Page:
Cetus (mythology)
Get Cetus Mythology essential facts below. View Videos or join the Cetus Mythology discussion. Add Cetus Mythology to your PopFlock.com topic list for future reference or share this resource on social media.
Cetus Mythology
Ancient Corinthian vase depicting Perseus, Andromeda and Ketos (Names are spelled in the archaic Corinthian variant of the Greek alphabet).

In Ancient Greek k?t?s (, plural k?t?=k?tea, ?, [1]), Latinized as cetus (pl. ceti or cet? = cetea[2]), is any huge sea creature or sea monster.[3] According to the mythology, Perseus slew Cetus to save Andromeda from being sacrificed to it. In a different story, Heracles slew Cetus to save Hesione.[4] The term cetacean (for whale) derives from cetus. In Greek art, ceti were depicted as serpentine fish. The name of the mythological figure Ceto is derived from k?tos. The name of the constellation Cetus also derives from this word.


Ritual stone palette a Nereid (Sea Nymph) and a Cherub riding a Sea Monster (Ketos). Gandhara.

Queen Cassiopeia boasted that she and her daughter Andromeda were more beautiful than the N?r?ides (in most later works called by the Roman form, the Nereids), which invoked the wrath of Poseidon who sent the sea monster k?t?s (in a far greater number of European works renamed as the Latinised Cetus) to attack Æthiopia. Upon consulting a wise oracle, King Cepheus and Queen Cassiopeia were told to sacrifice Andromeda to Cetus. They had Andromeda chained to a rock near the ocean so that Cetus could devour her. After finding Andromeda chained to the rock and learning of her plight, Perseus managed to slay Cetus when the creature emerged from the ocean to devour her. According to one version, Perseus drove his sword into Cetus's back, while according to another version, he used Medusa's head to turn the monster into stone.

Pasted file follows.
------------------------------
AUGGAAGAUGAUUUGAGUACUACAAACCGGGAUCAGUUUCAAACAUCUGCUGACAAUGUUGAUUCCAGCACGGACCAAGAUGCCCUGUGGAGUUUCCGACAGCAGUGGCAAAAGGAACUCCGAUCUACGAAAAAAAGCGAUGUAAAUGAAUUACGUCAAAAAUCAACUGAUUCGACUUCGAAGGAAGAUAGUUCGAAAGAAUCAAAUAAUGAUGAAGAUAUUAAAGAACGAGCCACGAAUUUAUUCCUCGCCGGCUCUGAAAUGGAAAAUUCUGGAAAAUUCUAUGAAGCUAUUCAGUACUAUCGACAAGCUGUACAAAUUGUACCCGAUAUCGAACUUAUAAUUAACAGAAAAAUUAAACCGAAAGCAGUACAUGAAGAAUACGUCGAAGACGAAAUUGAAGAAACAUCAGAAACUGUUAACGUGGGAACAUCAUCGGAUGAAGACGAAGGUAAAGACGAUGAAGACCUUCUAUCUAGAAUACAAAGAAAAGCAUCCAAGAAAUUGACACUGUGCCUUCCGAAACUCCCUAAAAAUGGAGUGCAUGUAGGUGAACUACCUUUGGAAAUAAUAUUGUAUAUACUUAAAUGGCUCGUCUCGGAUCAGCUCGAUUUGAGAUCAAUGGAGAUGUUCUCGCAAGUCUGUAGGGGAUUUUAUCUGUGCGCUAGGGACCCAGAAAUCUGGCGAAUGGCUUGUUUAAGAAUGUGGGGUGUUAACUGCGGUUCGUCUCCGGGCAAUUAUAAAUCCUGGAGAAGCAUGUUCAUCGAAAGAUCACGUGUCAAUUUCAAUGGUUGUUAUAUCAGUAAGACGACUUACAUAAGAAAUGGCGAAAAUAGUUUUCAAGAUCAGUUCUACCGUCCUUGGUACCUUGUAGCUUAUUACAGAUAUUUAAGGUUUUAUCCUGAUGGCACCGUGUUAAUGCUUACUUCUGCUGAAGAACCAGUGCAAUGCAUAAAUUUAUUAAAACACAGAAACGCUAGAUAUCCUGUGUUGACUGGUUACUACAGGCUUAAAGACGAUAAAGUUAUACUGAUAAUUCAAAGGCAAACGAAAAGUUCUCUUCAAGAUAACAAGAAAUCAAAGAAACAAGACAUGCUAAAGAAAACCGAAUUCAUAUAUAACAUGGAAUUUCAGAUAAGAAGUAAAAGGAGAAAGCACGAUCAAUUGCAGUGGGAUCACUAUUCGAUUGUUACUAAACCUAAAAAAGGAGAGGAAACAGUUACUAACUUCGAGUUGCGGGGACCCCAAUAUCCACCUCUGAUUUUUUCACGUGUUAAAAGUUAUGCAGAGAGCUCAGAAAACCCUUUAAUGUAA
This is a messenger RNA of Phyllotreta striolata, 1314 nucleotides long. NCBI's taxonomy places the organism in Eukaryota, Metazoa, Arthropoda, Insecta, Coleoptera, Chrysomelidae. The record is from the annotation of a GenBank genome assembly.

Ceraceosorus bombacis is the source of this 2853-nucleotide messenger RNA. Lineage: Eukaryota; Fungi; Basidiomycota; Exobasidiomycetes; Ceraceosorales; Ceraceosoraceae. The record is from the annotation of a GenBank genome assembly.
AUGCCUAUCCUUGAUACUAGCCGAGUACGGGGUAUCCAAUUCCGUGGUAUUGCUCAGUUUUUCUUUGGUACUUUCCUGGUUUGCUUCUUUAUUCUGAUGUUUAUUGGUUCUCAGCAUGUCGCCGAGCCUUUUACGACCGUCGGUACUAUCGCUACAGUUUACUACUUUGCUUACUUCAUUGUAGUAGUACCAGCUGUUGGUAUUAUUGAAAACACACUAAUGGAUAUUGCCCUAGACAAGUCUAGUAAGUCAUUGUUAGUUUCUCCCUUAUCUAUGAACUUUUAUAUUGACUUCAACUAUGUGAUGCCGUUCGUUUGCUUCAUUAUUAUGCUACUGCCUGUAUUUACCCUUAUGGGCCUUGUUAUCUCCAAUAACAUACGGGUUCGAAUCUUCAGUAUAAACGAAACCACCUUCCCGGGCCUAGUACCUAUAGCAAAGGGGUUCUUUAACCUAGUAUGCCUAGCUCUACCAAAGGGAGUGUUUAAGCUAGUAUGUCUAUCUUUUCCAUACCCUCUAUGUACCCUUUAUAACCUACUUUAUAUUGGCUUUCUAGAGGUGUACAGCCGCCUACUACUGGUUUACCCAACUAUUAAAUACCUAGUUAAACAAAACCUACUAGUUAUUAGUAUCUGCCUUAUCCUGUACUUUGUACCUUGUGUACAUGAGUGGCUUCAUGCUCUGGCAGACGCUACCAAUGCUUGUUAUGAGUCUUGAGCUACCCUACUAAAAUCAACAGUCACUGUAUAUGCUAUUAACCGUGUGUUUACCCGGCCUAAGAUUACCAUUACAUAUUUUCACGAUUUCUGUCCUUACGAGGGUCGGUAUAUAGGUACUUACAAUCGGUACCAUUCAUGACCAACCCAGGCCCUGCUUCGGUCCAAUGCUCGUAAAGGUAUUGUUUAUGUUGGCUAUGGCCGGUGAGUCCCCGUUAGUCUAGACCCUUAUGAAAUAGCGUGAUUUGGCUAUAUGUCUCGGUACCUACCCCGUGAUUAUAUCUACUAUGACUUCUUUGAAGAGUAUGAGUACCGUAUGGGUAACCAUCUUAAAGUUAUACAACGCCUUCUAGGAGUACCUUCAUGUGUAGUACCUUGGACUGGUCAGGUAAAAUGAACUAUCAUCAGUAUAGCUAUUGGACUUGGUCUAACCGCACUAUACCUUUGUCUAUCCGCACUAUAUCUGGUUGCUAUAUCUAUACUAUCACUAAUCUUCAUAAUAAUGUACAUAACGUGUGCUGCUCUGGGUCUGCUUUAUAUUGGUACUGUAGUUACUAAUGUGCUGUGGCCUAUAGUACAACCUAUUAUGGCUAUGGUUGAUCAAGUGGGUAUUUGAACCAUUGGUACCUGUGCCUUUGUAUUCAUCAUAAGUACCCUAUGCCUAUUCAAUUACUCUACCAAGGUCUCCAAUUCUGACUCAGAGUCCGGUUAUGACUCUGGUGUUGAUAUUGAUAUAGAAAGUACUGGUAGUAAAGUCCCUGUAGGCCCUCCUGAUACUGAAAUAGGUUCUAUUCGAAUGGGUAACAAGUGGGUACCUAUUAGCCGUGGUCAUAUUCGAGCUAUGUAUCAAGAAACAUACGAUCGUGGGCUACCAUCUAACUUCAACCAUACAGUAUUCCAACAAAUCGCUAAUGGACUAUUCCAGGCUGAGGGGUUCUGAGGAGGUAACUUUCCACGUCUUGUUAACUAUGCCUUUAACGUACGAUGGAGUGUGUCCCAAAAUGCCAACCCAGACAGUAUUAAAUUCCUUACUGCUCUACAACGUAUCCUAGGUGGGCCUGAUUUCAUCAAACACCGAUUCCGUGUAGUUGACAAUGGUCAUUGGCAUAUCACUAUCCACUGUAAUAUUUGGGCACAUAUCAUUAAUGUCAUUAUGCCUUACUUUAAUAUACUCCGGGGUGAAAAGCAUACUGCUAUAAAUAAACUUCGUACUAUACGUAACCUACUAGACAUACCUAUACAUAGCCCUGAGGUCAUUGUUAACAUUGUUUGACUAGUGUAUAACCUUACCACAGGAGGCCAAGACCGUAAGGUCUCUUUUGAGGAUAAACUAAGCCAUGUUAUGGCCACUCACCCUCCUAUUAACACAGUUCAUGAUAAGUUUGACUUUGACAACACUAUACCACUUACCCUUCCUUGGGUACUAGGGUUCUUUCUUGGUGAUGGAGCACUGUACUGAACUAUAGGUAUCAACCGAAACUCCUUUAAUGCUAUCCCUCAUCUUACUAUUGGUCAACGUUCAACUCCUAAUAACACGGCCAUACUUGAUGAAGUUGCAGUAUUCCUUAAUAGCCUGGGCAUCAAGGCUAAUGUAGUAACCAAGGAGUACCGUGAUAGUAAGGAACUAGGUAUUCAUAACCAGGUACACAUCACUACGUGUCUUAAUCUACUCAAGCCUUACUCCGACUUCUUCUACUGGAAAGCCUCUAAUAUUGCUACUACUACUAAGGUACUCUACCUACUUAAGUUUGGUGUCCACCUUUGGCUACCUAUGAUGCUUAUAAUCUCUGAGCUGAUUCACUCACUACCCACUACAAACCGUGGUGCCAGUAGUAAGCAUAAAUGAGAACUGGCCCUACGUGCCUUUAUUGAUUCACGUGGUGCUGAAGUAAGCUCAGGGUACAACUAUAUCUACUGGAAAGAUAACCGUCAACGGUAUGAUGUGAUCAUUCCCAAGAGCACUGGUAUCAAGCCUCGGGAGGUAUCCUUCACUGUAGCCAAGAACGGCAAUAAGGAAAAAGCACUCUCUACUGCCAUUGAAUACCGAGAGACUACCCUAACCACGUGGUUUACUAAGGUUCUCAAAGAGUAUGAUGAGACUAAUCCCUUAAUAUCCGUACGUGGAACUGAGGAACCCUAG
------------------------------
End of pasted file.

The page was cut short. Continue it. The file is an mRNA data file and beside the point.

The Cetus was variously described as a sea monster or sea serpent. Other versions describe Cetus as a monster with the head of a boar[5][6] or a greyhound and the body of a whale or dolphin, and a divided, fan-like tail. It is often depicted fighting Perseus or as the mount (animal being ridden) of a Nereid.[7]

Bible and Jewish mythology

The tannin sea monsters

The monster tannin in the Hebrew Bible has been translated as Greek k?tos in the Septuagint, and cetus in the Latin Vulgate.

Tanninim () (-im denotes Hebraic plural) appear in the Hebrew Book of Genesis,[8] Exodus,[9] Deuteronomy,[10] Psalms,[12] Job,[13] Ezekiel,[14] Isaiah,[15] and Jeremiah.[16] They are explicitly listed among the creatures created by God on the fifth day of the Genesis creation narrative,[8] translated in the King James Version as "great whales".[17] The Septuagint renders the original Hebrew of Genesis 1:21 (hattanninim haggedolim) as ? (k?t? ta megala) in Greek, and this was in turn translated as cete grandia in the Vulgate. The tannin is listed in the apocalypse of Isaiah as among the sea beasts to be slain by Yahweh "on that day",[18] translated in the King James Version as "the dragon".[19][n 1]

Conflation with Leviathan and Rahab

In Jewish mythology, Tannin is sometimes conflated with the related sea monsters Leviathan and Rahab.[11] Along with Rahab, "Tannin" was a name applied to ancient Egypt after the Exodus to Canaan.[22]

Jonah's "great fish"